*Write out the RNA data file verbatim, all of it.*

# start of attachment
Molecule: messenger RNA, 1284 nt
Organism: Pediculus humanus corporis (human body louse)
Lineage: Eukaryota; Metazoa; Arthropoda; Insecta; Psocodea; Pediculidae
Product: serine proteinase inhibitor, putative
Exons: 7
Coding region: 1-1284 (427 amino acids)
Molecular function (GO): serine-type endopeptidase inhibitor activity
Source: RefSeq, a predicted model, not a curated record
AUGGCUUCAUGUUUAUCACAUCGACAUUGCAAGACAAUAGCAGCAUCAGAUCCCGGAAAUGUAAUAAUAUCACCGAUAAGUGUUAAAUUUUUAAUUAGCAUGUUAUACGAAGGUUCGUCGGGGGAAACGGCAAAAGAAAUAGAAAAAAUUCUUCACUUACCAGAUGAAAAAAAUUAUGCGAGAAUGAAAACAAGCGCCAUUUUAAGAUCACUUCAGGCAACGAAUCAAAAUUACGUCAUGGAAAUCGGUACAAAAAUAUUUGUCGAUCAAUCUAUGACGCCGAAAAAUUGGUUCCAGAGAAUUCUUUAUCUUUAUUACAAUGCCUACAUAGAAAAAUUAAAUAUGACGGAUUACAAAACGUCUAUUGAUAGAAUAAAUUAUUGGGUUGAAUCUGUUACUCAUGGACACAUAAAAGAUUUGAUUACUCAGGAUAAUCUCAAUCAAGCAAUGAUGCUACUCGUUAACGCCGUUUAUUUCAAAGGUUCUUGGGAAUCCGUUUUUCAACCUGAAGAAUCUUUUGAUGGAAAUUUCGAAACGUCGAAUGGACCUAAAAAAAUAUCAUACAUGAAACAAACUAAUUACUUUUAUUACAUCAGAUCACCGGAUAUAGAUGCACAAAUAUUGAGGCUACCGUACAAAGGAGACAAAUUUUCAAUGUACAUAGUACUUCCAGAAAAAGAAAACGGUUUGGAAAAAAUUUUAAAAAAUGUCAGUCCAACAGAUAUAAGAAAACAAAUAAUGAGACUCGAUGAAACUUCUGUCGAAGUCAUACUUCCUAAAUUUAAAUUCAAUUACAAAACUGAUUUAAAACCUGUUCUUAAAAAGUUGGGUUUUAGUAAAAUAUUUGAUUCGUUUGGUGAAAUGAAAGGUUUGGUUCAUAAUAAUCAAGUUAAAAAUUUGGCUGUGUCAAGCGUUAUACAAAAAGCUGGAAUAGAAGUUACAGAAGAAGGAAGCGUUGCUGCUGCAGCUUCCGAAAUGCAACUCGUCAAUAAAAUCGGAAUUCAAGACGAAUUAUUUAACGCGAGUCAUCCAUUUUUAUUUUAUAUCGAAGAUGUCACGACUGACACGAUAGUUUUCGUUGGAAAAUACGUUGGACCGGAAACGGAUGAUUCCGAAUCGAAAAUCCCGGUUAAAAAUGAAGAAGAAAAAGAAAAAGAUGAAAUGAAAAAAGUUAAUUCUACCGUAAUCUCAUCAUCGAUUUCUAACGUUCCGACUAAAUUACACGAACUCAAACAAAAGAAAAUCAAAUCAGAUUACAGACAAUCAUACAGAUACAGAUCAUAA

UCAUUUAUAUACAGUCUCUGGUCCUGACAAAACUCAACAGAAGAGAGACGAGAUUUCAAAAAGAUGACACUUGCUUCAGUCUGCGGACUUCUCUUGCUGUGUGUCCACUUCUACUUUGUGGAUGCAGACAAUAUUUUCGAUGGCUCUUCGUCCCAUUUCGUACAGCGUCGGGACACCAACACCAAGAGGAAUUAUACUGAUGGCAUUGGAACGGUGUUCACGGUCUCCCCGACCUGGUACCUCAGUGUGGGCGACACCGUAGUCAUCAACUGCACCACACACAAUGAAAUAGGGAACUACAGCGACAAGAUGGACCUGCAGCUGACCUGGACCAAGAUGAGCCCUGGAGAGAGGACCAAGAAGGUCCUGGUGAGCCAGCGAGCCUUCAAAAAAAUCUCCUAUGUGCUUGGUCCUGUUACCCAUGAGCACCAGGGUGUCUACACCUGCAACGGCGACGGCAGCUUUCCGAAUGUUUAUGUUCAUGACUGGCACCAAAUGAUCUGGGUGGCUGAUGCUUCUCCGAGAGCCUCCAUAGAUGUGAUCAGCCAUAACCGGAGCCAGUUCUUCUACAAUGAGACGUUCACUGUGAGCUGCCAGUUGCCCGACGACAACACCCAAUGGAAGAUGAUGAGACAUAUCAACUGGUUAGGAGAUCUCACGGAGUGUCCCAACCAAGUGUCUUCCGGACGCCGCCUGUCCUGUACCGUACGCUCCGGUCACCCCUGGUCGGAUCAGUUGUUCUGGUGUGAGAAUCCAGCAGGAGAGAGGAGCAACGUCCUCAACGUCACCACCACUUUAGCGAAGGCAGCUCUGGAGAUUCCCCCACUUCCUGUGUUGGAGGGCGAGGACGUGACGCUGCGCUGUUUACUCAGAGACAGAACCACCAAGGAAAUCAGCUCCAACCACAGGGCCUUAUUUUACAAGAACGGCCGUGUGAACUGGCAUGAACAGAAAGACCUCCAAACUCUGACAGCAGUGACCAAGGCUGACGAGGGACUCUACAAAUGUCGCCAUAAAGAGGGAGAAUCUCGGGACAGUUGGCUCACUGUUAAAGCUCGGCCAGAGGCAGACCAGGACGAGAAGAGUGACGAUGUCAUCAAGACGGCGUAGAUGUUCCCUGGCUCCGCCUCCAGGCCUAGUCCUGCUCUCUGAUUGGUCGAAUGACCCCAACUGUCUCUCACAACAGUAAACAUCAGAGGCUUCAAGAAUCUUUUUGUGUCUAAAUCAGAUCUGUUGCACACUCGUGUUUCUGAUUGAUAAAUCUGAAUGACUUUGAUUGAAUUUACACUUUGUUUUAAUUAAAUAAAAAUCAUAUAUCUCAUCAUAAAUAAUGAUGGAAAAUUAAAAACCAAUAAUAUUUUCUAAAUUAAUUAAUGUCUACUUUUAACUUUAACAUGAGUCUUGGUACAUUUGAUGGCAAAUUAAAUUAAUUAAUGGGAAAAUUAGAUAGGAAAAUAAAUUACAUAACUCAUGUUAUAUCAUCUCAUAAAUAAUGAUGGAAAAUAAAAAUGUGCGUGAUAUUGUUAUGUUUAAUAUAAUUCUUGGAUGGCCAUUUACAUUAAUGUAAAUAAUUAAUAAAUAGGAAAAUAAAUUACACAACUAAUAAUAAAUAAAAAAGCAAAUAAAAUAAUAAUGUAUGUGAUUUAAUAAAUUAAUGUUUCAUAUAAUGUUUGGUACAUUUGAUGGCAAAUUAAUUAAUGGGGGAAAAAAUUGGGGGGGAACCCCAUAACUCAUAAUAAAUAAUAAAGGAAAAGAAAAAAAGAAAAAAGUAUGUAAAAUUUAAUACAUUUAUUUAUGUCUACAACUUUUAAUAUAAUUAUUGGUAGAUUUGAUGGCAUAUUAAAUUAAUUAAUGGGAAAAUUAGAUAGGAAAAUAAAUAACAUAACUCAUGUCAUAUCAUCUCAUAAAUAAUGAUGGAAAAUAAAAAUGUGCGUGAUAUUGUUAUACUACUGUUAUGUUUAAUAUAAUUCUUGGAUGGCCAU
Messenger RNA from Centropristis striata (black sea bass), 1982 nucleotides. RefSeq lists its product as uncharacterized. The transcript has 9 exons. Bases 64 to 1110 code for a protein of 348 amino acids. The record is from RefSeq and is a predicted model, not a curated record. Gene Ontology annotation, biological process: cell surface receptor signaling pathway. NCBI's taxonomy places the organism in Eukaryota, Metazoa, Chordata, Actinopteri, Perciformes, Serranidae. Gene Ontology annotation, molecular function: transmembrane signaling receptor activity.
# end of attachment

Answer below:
Molecule: messenger RNA, 1284 nt
Organism: Pediculus humanus corporis (human body louse)
Lineage: Eukaryota; Metazoa; Arthropoda; Insecta; Psocodea; Pediculidae
Product: serine proteinase inhibitor, putative
Exons: 7
Coding region: 1-1284 (427 amino acids)
Molecular function (GO): serine-type endopeptidase inhibitor activity
Source: RefSeq, a predicted model, not a curated record
AUGGCUUCAUGUUUAUCACAUCGACAUUGCAAGACAAUAGCAGCAUCAGAUCCCGGAAAUGUAAUAAUAUCACCGAUAAGUGUUAAAUUUUUAAUUAGCAUGUUAUACGAAGGUUCGUCGGGGGAAACGGCAAAAGAAAUAGAAAAAAUUCUUCACUUACCAGAUGAAAAAAAUUAUGCGAGAAUGAAAACAAGCGCCAUUUUAAGAUCACUUCAGGCAACGAAUCAAAAUUACGUCAUGGAAAUCGGUACAAAAAUAUUUGUCGAUCAAUCUAUGACGCCGAAAAAUUGGUUCCAGAGAAUUCUUUAUCUUUAUUACAAUGCCUACAUAGAAAAAUUAAAUAUGACGGAUUACAAAACGUCUAUUGAUAGAAUAAAUUAUUGGGUUGAAUCUGUUACUCAUGGACACAUAAAAGAUUUGAUUACUCAGGAUAAUCUCAAUCAAGCAAUGAUGCUACUCGUUAACGCCGUUUAUUUCAAAGGUUCUUGGGAAUCCGUUUUUCAACCUGAAGAAUCUUUUGAUGGAAAUUUCGAAACGUCGAAUGGACCUAAAAAAAUAUCAUACAUGAAACAAACUAAUUACUUUUAUUACAUCAGAUCACCGGAUAUAGAUGCACAAAUAUUGAGGCUACCGUACAAAGGAGACAAAUUUUCAAUGUACAUAGUACUUCCAGAAAAAGAAAACGGUUUGGAAAAAAUUUUAAAAAAUGUCAGUCCAACAGAUAUAAGAAAACAAAUAAUGAGACUCGAUGAAACUUCUGUCGAAGUCAUACUUCCUAAAUUUAAAUUCAAUUACAAAACUGAUUUAAAACCUGUUCUUAAAAAGUUGGGUUUUAGUAAAAUAUUUGAUUCGUUUGGUGAAAUGAAAGGUUUGGUUCAUAAUAAUCAAGUUAAAAAUUUGGCUGUGUCAAGCGUUAUACAAAAAGCUGGAAUAGAAGUUACAGAAGAAGGAAGCGUUGCUGCUGCAGCUUCCGAAAUGCAACUCGUCAAUAAAAUCGGAAUUCAAGACGAAUUAUUUAACGCGAGUCAUCCAUUUUUAUUUUAUAUCGAAGAUGUCACGACUGACACGAUAGUUUUCGUUGGAAAAUACGUUGGACCGGAAACGGAUGAUUCCGAAUCGAAAAUCCCGGUUAAAAAUGAAGAAGAAAAAGAAAAAGAUGAAAUGAAAAAAGUUAAUUCUACCGUAAUCUCAUCAUCGAUUUCUAACGUUCCGACUAAAUUACACGAACUCAAACAAAAGAAAAUCAAAUCAGAUUACAGACAAUCAUACAGAUACAGAUCAUAA

UCAUUUAUAUACAGUCUCUGGUCCUGACAAAACUCAACAGAAGAGAGACGAGAUUUCAAAAAGAUGACACUUGCUUCAGUCUGCGGACUUCUCUUGCUGUGUGUCCACUUCUACUUUGUGGAUGCAGACAAUAUUUUCGAUGGCUCUUCGUCCCAUUUCGUACAGCGUCGGGACACCAACACCAAGAGGAAUUAUACUGAUGGCAUUGGAACGGUGUUCACGGUCUCCCCGACCUGGUACCUCAGUGUGGGCGACACCGUAGUCAUCAACUGCACCACACACAAUGAAAUAGGGAACUACAGCGACAAGAUGGACCUGCAGCUGACCUGGACCAAGAUGAGCCCUGGAGAGAGGACCAAGAAGGUCCUGGUGAGCCAGCGAGCCUUCAAAAAAAUCUCCUAUGUGCUUGGUCCUGUUACCCAUGAGCACCAGGGUGUCUACACCUGCAACGGCGACGGCAGCUUUCCGAAUGUUUAUGUUCAUGACUGGCACCAAAUGAUCUGGGUGGCUGAUGCUUCUCCGAGAGCCUCCAUAGAUGUGAUCAGCCAUAACCGGAGCCAGUUCUUCUACAAUGAGACGUUCACUGUGAGCUGCCAGUUGCCCGACGACAACACCCAAUGGAAGAUGAUGAGACAUAUCAACUGGUUAGGAGAUCUCACGGAGUGUCCCAACCAAGUGUCUUCCGGACGCCGCCUGUCCUGUACCGUACGCUCCGGUCACCCCUGGUCGGAUCAGUUGUUCUGGUGUGAGAAUCCAGCAGGAGAGAGGAGCAACGUCCUCAACGUCACCACCACUUUAGCGAAGGCAGCUCUGGAGAUUCCCCCACUUCCUGUGUUGGAGGGCGAGGACGUGACGCUGCGCUGUUUACUCAGAGACAGAACCACCAAGGAAAUCAGCUCCAACCACAGGGCCUUAUUUUACAAGAACGGCCGUGUGAACUGGCAUGAACAGAAAGACCUCCAAACUCUGACAGCAGUGACCAAGGCUGACGAGGGACUCUACAAAUGUCGCCAUAAAGAGGGAGAAUCUCGGGACAGUUGGCUCACUGUUAAAGCUCGGCCAGAGGCAGACCAGGACGAGAAGAGUGACGAUGUCAUCAAGACGGCGUAGAUGUUCCCUGGCUCCGCCUCCAGGCCUAGUCCUGCUCUCUGAUUGGUCGAAUGACCCCAACUGUCUCUCACAACAGUAAACAUCAGAGGCUUCAAGAAUCUUUUUGUGUCUAAAUCAGAUCUGUUGCACACUCGUGUUUCUGAUUGAUAAAUCUGAAUGACUUUGAUUGAAUUUACACUUUGUUUUAAUUAAAUAAAAAUCAUAUAUCUCAUCAUAAAUAAUGAUGGAAAAUUAAAAACCAAUAAUAUUUUCUAAAUUAAUUAAUGUCUACUUUUAACUUUAACAUGAGUCUUGGUACAUUUGAUGGCAAAUUAAAUUAAUUAAUGGGAAAAUUAGAUAGGAAAAUAAAUUACAUAACUCAUGUUAUAUCAUCUCAUAAAUAAUGAUGGAAAAUAAAAAUGUGCGUGAUAUUGUUAUGUUUAAUAUAAUUCUUGGAUGGCCAUUUACAUUAAUGUAAAUAAUUAAUAAAUAGGAAAAUAAAUUACACAACUAAUAAUAAAUAAAAAAGCAAAUAAAAUAAUAAUGUAUGUGAUUUAAUAAAUUAAUGUUUCAUAUAAUGUUUGGUACAUUUGAUGGCAAAUUAAUUAAUGGGGGAAAAAAUUGGGGGGGAACCCCAUAACUCAUAAUAAAUAAUAAAGGAAAAGAAAAAAAGAAAAAAGUAUGUAAAAUUUAAUACAUUUAUUUAUGUCUACAACUUUUAAUAUAAUUAUUGGUAGAUUUGAUGGCAUAUUAAAUUAAUUAAUGGGAAAAUUAGAUAGGAAAAUAAAUAACAUAACUCAUGUCAUAUCAUCUCAUAAAUAAUGAUGGAAAAUAAAAAUGUGCGUGAUAUUGUUAUACUACUGUUAUGUUUAAUAUAAUUCUUGGAUGGCCAU
Messenger RNA from Centropristis striata (black sea bass), 1982 nucleotides. RefSeq lists its product as uncharacterized. The transcript has 9 exons. Bases 64 to 1110 code for a protein of 348 amino acids. The record is from RefSeq and is a predicted model, not a curated record. Gene Ontology annotation, biological process: cell surface receptor signaling pathway. NCBI's taxonomy places the organism in Eukaryota, Metazoa, Chordata, Actinopteri, Perciformes, Serranidae. Gene Ontology annotation, molecular function: transmembrane signaling receptor activity.